Notre Dame study demonstrates that bacterial biofilms are not the same throughout, possibly describing one reason common antibiotics may fail

Author: Deanna Csomo Ferrell

The bacterium Pseudomonas aeruginosa is almost everywhere — in the soil, water, and vegetation. While it does not cause disease for most people, it can lead to serious disease or death for people with compromised immune systems.

The bacteria easily adhere to surfaces, creating structures called biofilms. Joshua Shrout, professor in the Department of Civil and Environmental Engineering and Earth Sciences in the College of Engineering, and collaborators have discovered that these biofilms are not the same throughout, and that substances called alkyl quinolones (AQs) are critical to this diversity.

“We didn’t know how diverse the bacterial behavior was in such a small amount of space,” said Shrout, whose article was published in the Journal of Bacteriology. “Understanding that if you treat it as homogenous, and it’s not, is one of the reasons classic antibiotics can fail: These bacteria are literally not behaving the same here as they are over there.”

Imaging of biofilm using several methods
1. The image of a biofilm under light microscopy2. Live cells3. Dead cells 4. Merging of the entire series of images.

The research team began their study with what they thought was the simplest example of bacterial growth: a colony of cells on a petri plate. “It turns out this canonical example of microbiology isn’t basic or simple at all,” said Shrout, who is affiliated with the Integrated Imaging Facility and the Berthiaume Institute of Precision Health.

Lead author Abigail Weaver, assistant research professor in the Department of Civil and Environmental Engineering and Earth Sciences, first noticed the presence or absence of large-scale structures within these bacterial colonies.

“The imaging that is used here is lightyears beyond what we could have done a decade ago, which is why no one has seen this diversity before,” Shrout said.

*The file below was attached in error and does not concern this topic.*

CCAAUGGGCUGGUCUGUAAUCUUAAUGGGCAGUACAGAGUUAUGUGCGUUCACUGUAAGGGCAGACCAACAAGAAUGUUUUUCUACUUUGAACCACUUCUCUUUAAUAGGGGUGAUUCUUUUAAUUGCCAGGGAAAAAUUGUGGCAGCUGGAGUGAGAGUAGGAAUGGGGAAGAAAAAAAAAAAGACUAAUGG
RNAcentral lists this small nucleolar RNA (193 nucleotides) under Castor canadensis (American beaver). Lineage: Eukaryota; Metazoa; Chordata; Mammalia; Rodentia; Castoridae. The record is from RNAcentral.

Weaver coordinated use of light microscopy and chemical imaging to collect a series of high-resolution pictures. When reassembled, the profiles showed unexpected variety within these colony biofilms — a variety that occurs behaviorally as well as spatially. This approach allows researchers to obtain different information about these biofilms with each layer they reassemble.

Pointing to an image of a biofilm, Shrout described areas of green, which are the live cells, and said that the image was overlaid with a standard light image. In addition to the cells, there are visible places, when viewed under high magnification, where there are gaps in the biofilm. To determine whether those blank areas have dead cells or simply did not have cells, researchers overlaid another layer that displayed the dead cells in red.

“In most of the cases where it looked like cells were missing, there were actually dead cells,” Shrout said. “It seems that they killed themselves off.”

Graduate students Jin Jia and Allison R. Cutri, in the laboratory of Paul Bohn, the Arthur J. Schmitt Professor in the Department of Chemistry and Biochemistry, used chemical imaging to confirm the presence of AQs in the same areas where dead cells were present.

To further understand the heterogeneous nature of the biofilm, the researchers combined high magnification light and chemical imaging to match up spatial features with chemical features. They determined four distinct regions in these colony biofilms that are differentiated by the presence or absences of large-scale structures, and studied the importance of how AQs are associated with aggregation formation and cell death.

Joshua Shrout
Joshua Shrout

The AQs made by the bacteria seemed critical to making the diverse areas of the biofilms, so to test that hypothesis, researchers deleted one gene in the Pseudomonas aeruginosa that prevented that bacteria from making any AQs.

“We still see some differences in spatial heterogeneity with the AQ-deficient strain. But we don't see any of these pockets, where we see these aggregates or huge gaps of cells missing, right? It just looks pretty clean,” said Shrout, who is also a concurrent professor in the Department of Biological Sciences in the College of Science, as he showed the images of the biofilm after gene deletion. “So that allows us to pretty definitively conclude these AQs are important for when we see all this crazy heterogeneity, including the aggregates and the dead cells.”

Though researchers knew AQs were important to the development of biofilms, the new knowledge about the extensive diversity within the biofilm, in such a small space, might aid in either the development or application of new drug classes to treat Pseudomonas aeruginosa.

“If you’re treating this infection as if it’s homogeneous, and it’s not, then you don’t get the result you expect. But you shouldn’t be surprised, right?” Shrout said. “Clearly, one of the reasons that classic antibiotics can fail is that these bacteria are literally not behaving the same here as over there.”

In addition to Shrout, Weaver, and Bohn, other researchers on the paper include Jin Jia, Allison R. Cutri, Chinedu Madukoma, and Catherine Vaerewyck.

This research was funded by the National Institute of Allergy and Infectious Diseases and the Indiana Clinical and Translational Sciences Institute.